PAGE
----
42

CONTROLLED SYNTHESIS OF STIMULI-RESPONSIVE NETWORK ALGINATE

Chan, ARIEL WAN-JU 20 July 2009 (has links)
Stimuli-responsive hydrogels swell or contract in response to external pH, ionic strength or temperature, and are of considerable interest as pharmaceutical controlled release devices. Alginate, a linear polysaccharide consisting of mannuronic and guluronic acids, was used as starting material in semisynthesis of pH-responsive hydrogel. Linear alginate was chemically modified with di-aldehyde via acid-catalyzed acetalization, forming a tetrafunctional acetal-linked semisynthetic network alginate polymer (SNAP) with carboxylate moieties preserved as stimuli-responsive sensors. The kinetics of acetalization were found to undergo zero and second-order reaction with respect to di-aldehyde and alginate respectively. With the determined rate constant of 19.06 L•mole-1•s-1 at 40oC and activation energy of 78.58 kJ•mol-1, a proposed predictive reaction model may be used a priori to select reaction conditions providing specific polymer properties. Gel swelling and average pore size were then able to be kinetically or thermodynamically controlled between 80-1000 fold and 30 nm-1 m respectively. As a proof of concept, SNAP hydrogel was fine-tuned with specific swelling and pore sizes for absorptive encapsulation and controlled release of a wide spectrum of molecular sizes of proteins ranging between 1.3 to 546 kDa. SNAP hydrogels/granules demonstrated limited swelling in the simulated gastric environment, protecting proteins from enzymatic and acid degradation, while swelling in alkaline media, releasing active therapeutics in a simulated intestinal lumen (pH ~ 7.8), so is under the consideration as an oral delivery vehicle for protein therapeutics. A constitutive polyelectrolyte gel model based on non-Gaussian polymer elasticity, Flory-Huggins liquid lattice theory, and non-ideal Donnan-membrane equilibria was derived, to describe SNAP gel swelling in dilute and ionic solutions. The derived model accurately describes the SNAP hydrogel swelling in acid and alkaline solutions of wide range of ionic strength. The pore sizes of SNAP hydrogel were estimated by the derived model and were comparable to those determined experimentally by thermoporometry and protein diffusion. The derived model can characterize hydrogel structure such as molecular weight between crosslinks, or can be used as predictive model for swelling and pore size if gel structural information is known, and can potentially be applied to other point-link network polyelectrolytes such as hyaluronic acid gel. / Thesis (Ph.D, Chemical Engineering) -- Queen's University, 2009-07-20 11:48:17.508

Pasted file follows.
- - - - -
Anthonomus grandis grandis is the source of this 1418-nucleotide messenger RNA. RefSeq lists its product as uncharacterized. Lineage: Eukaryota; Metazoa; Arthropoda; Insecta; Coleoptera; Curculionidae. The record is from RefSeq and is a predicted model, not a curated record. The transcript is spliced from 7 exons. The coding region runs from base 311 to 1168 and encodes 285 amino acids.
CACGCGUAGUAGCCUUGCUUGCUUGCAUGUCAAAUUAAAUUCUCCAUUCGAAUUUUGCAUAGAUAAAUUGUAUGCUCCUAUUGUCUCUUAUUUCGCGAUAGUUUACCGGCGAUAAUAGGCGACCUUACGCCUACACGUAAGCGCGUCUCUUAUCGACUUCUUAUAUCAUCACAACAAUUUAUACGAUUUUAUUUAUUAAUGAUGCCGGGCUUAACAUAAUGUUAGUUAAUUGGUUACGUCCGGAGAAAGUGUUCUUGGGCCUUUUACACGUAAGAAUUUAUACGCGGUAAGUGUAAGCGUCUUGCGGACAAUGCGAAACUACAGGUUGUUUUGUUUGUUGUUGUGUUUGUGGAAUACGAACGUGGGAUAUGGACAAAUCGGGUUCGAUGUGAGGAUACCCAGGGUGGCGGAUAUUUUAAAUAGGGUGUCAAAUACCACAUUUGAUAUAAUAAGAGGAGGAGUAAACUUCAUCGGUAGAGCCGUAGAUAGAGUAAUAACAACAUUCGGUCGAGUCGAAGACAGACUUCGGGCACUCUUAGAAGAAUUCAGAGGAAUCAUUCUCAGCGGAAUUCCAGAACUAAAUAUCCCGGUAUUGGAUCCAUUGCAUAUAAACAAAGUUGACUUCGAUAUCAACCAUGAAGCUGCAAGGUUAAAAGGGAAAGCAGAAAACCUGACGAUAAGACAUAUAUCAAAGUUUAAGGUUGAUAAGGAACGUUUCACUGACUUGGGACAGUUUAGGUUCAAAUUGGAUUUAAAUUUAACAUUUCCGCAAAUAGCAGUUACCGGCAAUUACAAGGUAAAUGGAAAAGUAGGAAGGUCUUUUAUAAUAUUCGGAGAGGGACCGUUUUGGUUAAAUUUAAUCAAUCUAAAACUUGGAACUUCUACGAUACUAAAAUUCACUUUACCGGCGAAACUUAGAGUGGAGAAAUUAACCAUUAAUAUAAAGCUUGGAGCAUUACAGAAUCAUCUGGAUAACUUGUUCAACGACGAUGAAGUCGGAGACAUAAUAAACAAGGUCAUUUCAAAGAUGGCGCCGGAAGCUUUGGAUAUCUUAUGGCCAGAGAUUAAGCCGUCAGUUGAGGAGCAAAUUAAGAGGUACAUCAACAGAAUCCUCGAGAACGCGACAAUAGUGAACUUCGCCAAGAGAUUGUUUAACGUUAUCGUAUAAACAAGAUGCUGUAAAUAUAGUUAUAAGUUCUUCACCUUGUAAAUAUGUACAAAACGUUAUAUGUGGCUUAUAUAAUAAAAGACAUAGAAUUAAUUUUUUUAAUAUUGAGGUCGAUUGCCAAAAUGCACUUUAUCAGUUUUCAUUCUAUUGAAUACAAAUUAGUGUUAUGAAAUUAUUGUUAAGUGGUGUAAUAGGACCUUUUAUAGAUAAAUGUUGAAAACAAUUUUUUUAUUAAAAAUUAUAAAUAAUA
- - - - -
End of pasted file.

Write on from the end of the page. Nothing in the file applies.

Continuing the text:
43

The development of depsipeptides as tissue engineering scaffolds : synthesis, characterization, and self-assembly into hydrogels

Nguyen, Mary Minh Chau 11 July 2014 (has links)
The development of novel, peptide based structures for tissue engineering materials has been widely researched, and its popularity can be attributed to advancements in technological analysis methods. Using principles based on protein structure and organization, this work describes the novel self-assembly of depsipeptides, which incorporate alternating esters within a native peptide backbone. Chapter 1 introduces and reviews peptide mimics for their utility for tissue engineering applications. Chapter 2 describes the methodology in synthesizing and characterization a depsipeptide library using both solution and solid phase methods. Chapter 3 discusses the effects of depsipeptide length, concentration, and sequence within a range of ionic concentrations and pH ranges on the self-assembly of depsipeptides into spherical nanostructures, fibers, or hydrogels. Chapter 4 describes proposed methods to increase the rate of gelation, followed by discussions of biocompatibility studies from other self-assembling peptide and modified-peptide systems in vitro and in vivo. The work described in this dissertation demonstrates that the synthesis and self-assembly of a depsipeptide family which alternates esters into a native peptide backbone does not disrupt the formation of higher order structures. This study illustrates the potential to synthesize a wide range of depsipeptides with variable side chains and hydrophobic character, as understanding these effects on self-assembly is imperative to the development of biomimetic materials for tissue engineering applications. / text
44

Improvement of 3D printing quality for fabricating soft scaffolds